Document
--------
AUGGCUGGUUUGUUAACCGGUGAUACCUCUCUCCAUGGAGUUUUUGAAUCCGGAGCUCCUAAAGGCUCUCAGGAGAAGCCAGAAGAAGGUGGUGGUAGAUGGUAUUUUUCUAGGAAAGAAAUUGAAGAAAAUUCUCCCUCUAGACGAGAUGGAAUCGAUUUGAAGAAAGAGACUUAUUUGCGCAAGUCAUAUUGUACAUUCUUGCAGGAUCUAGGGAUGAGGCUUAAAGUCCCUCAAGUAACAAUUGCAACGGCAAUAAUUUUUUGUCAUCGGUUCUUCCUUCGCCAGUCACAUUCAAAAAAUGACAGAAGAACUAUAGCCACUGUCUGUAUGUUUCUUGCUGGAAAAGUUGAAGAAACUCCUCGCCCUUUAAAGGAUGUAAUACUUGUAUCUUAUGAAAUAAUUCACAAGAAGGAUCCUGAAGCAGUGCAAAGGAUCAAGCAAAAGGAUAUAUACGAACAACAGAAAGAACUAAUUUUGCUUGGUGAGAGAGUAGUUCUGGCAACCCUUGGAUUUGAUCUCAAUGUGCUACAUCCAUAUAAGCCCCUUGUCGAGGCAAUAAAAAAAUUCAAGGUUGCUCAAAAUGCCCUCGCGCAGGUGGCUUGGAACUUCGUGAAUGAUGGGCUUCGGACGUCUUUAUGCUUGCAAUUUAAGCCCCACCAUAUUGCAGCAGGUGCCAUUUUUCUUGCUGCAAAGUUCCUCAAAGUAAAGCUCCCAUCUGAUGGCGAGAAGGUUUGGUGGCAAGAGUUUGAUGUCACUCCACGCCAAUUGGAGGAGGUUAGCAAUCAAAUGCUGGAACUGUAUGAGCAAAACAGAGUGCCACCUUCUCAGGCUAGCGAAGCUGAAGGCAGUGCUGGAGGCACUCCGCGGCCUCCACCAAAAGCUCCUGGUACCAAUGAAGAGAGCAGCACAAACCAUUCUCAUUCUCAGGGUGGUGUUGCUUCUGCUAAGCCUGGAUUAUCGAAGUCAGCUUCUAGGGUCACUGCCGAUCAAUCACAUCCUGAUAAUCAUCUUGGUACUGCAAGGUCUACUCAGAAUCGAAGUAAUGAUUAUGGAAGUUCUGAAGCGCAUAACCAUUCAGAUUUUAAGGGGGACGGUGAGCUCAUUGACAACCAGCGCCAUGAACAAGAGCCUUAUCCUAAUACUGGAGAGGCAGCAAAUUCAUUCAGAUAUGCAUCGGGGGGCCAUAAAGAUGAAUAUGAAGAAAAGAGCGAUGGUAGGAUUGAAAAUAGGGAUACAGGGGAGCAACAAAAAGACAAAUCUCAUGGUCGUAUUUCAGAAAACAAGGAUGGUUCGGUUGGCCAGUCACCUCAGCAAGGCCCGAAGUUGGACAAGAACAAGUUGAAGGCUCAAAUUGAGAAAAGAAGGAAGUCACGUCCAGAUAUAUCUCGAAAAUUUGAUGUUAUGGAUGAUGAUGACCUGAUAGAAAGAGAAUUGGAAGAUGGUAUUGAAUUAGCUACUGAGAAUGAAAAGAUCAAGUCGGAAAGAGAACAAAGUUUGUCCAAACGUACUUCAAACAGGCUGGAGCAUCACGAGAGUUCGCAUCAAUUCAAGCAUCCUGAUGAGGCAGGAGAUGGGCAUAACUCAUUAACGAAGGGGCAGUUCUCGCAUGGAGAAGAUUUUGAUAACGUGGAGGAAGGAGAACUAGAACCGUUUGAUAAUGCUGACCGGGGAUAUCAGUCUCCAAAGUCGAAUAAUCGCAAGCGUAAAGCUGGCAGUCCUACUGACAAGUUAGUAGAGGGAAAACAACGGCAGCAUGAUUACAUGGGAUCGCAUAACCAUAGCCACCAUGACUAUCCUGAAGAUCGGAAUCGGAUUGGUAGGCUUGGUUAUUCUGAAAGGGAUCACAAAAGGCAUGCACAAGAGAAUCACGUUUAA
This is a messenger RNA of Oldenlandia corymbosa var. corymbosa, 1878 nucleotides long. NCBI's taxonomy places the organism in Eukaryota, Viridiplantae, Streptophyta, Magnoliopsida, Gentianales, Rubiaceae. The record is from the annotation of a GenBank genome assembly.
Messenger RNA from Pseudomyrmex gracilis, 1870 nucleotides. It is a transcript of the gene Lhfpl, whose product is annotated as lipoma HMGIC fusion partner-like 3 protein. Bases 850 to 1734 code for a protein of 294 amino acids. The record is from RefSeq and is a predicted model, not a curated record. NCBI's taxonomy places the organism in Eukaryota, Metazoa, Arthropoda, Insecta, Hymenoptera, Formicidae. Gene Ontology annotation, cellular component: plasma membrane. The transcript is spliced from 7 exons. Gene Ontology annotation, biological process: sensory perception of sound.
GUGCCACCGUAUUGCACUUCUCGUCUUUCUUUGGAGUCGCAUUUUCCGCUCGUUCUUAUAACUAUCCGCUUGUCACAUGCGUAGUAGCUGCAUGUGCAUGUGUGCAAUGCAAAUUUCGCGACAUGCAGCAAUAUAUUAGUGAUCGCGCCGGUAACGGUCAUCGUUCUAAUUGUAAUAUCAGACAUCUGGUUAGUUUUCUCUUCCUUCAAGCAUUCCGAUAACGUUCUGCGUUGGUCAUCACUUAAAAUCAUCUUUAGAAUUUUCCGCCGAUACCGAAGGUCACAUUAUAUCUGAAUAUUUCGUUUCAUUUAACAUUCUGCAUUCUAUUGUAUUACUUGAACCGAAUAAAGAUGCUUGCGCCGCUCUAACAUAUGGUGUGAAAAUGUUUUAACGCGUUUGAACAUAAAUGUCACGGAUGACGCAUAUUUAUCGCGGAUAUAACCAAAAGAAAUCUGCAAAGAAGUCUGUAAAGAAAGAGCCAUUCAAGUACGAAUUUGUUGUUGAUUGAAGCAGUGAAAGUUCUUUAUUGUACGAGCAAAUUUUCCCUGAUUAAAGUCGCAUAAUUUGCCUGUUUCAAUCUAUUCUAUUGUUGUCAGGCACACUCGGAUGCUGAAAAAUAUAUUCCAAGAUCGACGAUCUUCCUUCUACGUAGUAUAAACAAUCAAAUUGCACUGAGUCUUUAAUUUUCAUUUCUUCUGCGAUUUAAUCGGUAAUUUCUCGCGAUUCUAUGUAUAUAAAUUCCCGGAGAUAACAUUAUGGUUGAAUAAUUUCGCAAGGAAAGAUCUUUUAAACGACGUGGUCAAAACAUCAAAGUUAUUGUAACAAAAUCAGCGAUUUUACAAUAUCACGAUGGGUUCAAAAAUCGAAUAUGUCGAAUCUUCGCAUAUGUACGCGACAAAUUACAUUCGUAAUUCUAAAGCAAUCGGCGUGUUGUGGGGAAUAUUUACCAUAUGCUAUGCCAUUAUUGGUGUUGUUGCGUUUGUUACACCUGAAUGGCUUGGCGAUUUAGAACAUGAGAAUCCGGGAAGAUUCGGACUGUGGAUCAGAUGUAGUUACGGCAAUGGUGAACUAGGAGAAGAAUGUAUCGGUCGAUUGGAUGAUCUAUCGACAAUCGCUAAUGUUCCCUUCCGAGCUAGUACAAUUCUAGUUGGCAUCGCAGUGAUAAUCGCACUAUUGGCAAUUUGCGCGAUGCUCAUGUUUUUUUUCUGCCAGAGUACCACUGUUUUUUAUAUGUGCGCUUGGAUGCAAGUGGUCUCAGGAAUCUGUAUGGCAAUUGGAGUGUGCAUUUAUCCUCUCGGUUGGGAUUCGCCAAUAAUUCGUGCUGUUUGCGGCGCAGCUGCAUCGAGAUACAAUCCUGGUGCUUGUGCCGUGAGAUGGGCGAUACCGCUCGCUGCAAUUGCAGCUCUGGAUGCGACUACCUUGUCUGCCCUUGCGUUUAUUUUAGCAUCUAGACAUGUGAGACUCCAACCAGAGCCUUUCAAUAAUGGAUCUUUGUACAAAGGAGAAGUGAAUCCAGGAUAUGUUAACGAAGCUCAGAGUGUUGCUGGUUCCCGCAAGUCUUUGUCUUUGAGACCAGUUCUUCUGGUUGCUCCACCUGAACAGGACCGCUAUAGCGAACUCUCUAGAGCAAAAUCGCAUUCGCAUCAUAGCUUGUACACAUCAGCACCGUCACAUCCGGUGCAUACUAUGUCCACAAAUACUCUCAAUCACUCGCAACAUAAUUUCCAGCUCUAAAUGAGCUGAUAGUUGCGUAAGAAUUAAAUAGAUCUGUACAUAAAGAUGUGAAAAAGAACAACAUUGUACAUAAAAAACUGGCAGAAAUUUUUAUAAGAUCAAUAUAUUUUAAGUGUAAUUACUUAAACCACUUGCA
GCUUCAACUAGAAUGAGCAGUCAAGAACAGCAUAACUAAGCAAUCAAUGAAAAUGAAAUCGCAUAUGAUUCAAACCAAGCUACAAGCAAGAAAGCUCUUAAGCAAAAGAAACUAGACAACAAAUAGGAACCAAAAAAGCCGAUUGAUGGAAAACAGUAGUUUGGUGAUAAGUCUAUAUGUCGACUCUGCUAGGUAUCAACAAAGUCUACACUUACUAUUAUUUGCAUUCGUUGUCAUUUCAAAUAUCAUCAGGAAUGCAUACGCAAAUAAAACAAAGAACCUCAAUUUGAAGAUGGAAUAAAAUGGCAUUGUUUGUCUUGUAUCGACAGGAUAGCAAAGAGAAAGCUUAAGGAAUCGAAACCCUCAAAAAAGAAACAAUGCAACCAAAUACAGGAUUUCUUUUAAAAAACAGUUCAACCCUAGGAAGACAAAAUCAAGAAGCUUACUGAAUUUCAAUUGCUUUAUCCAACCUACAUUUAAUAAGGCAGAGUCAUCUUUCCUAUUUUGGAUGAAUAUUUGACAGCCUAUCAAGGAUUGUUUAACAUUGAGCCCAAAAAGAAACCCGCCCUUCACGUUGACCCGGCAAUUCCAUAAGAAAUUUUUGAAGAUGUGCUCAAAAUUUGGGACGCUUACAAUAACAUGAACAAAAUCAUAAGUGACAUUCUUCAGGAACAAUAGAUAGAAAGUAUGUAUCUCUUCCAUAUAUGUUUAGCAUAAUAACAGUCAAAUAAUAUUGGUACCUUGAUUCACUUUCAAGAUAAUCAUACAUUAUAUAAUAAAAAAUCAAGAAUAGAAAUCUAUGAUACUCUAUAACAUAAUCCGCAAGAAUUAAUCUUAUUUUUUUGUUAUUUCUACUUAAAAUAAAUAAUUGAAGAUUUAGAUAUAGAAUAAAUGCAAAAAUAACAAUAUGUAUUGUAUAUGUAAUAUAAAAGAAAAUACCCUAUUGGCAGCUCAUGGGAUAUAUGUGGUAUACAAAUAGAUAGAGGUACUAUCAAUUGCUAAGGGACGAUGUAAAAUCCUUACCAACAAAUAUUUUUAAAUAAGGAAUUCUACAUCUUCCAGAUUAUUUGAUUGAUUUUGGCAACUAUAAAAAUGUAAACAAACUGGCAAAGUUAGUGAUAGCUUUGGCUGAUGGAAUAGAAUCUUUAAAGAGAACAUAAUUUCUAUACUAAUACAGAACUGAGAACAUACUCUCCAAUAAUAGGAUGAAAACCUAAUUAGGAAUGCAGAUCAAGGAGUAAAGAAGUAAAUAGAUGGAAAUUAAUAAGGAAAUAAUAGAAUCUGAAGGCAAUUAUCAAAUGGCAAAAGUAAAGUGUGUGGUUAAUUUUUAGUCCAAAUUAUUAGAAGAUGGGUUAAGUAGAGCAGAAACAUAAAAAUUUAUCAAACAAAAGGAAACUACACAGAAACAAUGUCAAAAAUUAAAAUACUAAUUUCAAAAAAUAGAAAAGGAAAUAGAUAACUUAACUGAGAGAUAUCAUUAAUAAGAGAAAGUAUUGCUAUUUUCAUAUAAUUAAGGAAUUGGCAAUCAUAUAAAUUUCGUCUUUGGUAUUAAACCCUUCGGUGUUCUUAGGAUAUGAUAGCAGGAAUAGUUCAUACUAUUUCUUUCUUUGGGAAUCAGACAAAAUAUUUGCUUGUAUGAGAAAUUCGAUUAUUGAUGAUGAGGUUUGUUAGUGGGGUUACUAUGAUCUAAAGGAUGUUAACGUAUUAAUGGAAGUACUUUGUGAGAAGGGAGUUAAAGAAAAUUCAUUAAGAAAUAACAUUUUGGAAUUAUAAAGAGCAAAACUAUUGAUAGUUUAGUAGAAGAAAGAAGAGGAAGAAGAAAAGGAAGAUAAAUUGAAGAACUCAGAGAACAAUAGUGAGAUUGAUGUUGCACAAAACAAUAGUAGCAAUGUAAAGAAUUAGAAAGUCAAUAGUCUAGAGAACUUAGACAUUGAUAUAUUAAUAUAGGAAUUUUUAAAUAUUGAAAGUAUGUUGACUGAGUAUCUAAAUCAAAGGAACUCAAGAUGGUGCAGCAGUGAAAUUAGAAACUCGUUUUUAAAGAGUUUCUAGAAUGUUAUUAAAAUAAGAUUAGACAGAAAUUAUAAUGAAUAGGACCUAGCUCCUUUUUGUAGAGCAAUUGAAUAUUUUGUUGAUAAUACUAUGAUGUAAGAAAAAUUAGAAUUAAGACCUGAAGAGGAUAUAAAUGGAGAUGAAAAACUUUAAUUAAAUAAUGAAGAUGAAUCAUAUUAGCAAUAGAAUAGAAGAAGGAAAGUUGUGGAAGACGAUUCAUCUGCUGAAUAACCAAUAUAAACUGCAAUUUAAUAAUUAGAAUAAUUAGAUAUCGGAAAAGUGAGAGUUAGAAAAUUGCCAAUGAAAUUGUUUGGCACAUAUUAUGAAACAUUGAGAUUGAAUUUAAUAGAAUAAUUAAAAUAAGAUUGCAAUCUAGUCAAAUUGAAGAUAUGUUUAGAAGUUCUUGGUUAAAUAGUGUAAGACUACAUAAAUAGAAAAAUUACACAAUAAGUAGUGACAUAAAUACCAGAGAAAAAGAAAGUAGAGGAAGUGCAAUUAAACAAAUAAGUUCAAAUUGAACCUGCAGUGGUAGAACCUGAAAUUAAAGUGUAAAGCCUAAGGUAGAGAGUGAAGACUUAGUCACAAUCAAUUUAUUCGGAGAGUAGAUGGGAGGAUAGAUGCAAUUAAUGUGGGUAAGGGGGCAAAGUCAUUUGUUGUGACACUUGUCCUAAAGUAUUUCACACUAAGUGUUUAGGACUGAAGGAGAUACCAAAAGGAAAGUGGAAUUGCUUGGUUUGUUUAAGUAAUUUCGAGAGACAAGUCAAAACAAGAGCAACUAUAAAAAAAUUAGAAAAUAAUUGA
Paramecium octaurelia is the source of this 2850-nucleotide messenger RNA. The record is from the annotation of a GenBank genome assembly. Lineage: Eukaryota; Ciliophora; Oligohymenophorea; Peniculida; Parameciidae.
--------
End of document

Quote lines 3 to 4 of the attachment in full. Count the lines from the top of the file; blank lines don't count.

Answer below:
Messenger RNA from Pseudomyrmex gracilis, 1870 nucleotides. It is a transcript of the gene Lhfpl, whose product is annotated as lipoma HMGIC fusion partner-like 3 protein. Bases 850 to 1734 code for a protein of 294 amino acids. The record is from RefSeq and is a predicted model, not a curated record. NCBI's taxonomy places the organism in Eukaryota, Metazoa, Arthropoda, Insecta, Hymenoptera, Formicidae. Gene Ontology annotation, cellular component: plasma membrane. The transcript is spliced from 7 exons. Gene Ontology annotation, biological process: sensory perception of sound.
GUGCCACCGUAUUGCACUUCUCGUCUUUCUUUGGAGUCGCAUUUUCCGCUCGUUCUUAUAACUAUCCGCUUGUCACAUGCGUAGUAGCUGCAUGUGCAUGUGUGCAAUGCAAAUUUCGCGACAUGCAGCAAUAUAUUAGUGAUCGCGCCGGUAACGGUCAUCGUUCUAAUUGUAAUAUCAGACAUCUGGUUAGUUUUCUCUUCCUUCAAGCAUUCCGAUAACGUUCUGCGUUGGUCAUCACUUAAAAUCAUCUUUAGAAUUUUCCGCCGAUACCGAAGGUCACAUUAUAUCUGAAUAUUUCGUUUCAUUUAACAUUCUGCAUUCUAUUGUAUUACUUGAACCGAAUAAAGAUGCUUGCGCCGCUCUAACAUAUGGUGUGAAAAUGUUUUAACGCGUUUGAACAUAAAUGUCACGGAUGACGCAUAUUUAUCGCGGAUAUAACCAAAAGAAAUCUGCAAAGAAGUCUGUAAAGAAAGAGCCAUUCAAGUACGAAUUUGUUGUUGAUUGAAGCAGUGAAAGUUCUUUAUUGUACGAGCAAAUUUUCCCUGAUUAAAGUCGCAUAAUUUGCCUGUUUCAAUCUAUUCUAUUGUUGUCAGGCACACUCGGAUGCUGAAAAAUAUAUUCCAAGAUCGACGAUCUUCCUUCUACGUAGUAUAAACAAUCAAAUUGCACUGAGUCUUUAAUUUUCAUUUCUUCUGCGAUUUAAUCGGUAAUUUCUCGCGAUUCUAUGUAUAUAAAUUCCCGGAGAUAACAUUAUGGUUGAAUAAUUUCGCAAGGAAAGAUCUUUUAAACGACGUGGUCAAAACAUCAAAGUUAUUGUAACAAAAUCAGCGAUUUUACAAUAUCACGAUGGGUUCAAAAAUCGAAUAUGUCGAAUCUUCGCAUAUGUACGCGACAAAUUACAUUCGUAAUUCUAAAGCAAUCGGCGUGUUGUGGGGAAUAUUUACCAUAUGCUAUGCCAUUAUUGGUGUUGUUGCGUUUGUUACACCUGAAUGGCUUGGCGAUUUAGAACAUGAGAAUCCGGGAAGAUUCGGACUGUGGAUCAGAUGUAGUUACGGCAAUGGUGAACUAGGAGAAGAAUGUAUCGGUCGAUUGGAUGAUCUAUCGACAAUCGCUAAUGUUCCCUUCCGAGCUAGUACAAUUCUAGUUGGCAUCGCAGUGAUAAUCGCACUAUUGGCAAUUUGCGCGAUGCUCAUGUUUUUUUUCUGCCAGAGUACCACUGUUUUUUAUAUGUGCGCUUGGAUGCAAGUGGUCUCAGGAAUCUGUAUGGCAAUUGGAGUGUGCAUUUAUCCUCUCGGUUGGGAUUCGCCAAUAAUUCGUGCUGUUUGCGGCGCAGCUGCAUCGAGAUACAAUCCUGGUGCUUGUGCCGUGAGAUGGGCGAUACCGCUCGCUGCAAUUGCAGCUCUGGAUGCGACUACCUUGUCUGCCCUUGCGUUUAUUUUAGCAUCUAGACAUGUGAGACUCCAACCAGAGCCUUUCAAUAAUGGAUCUUUGUACAAAGGAGAAGUGAAUCCAGGAUAUGUUAACGAAGCUCAGAGUGUUGCUGGUUCCCGCAAGUCUUUGUCUUUGAGACCAGUUCUUCUGGUUGCUCCACCUGAACAGGACCGCUAUAGCGAACUCUCUAGAGCAAAAUCGCAUUCGCAUCAUAGCUUGUACACAUCAGCACCGUCACAUCCGGUGCAUACUAUGUCCACAAAUACUCUCAAUCACUCGCAACAUAAUUUCCAGCUCUAAAUGAGCUGAUAGUUGCGUAAGAAUUAAAUAGAUCUGUACAUAAAGAUGUGAAAAAGAACAACAUUGUACAUAAAAAACUGGCAGAAAUUUUUAUAAGAUCAAUAUAUUUUAAGUGUAAUUACUUAAACCACUUGCA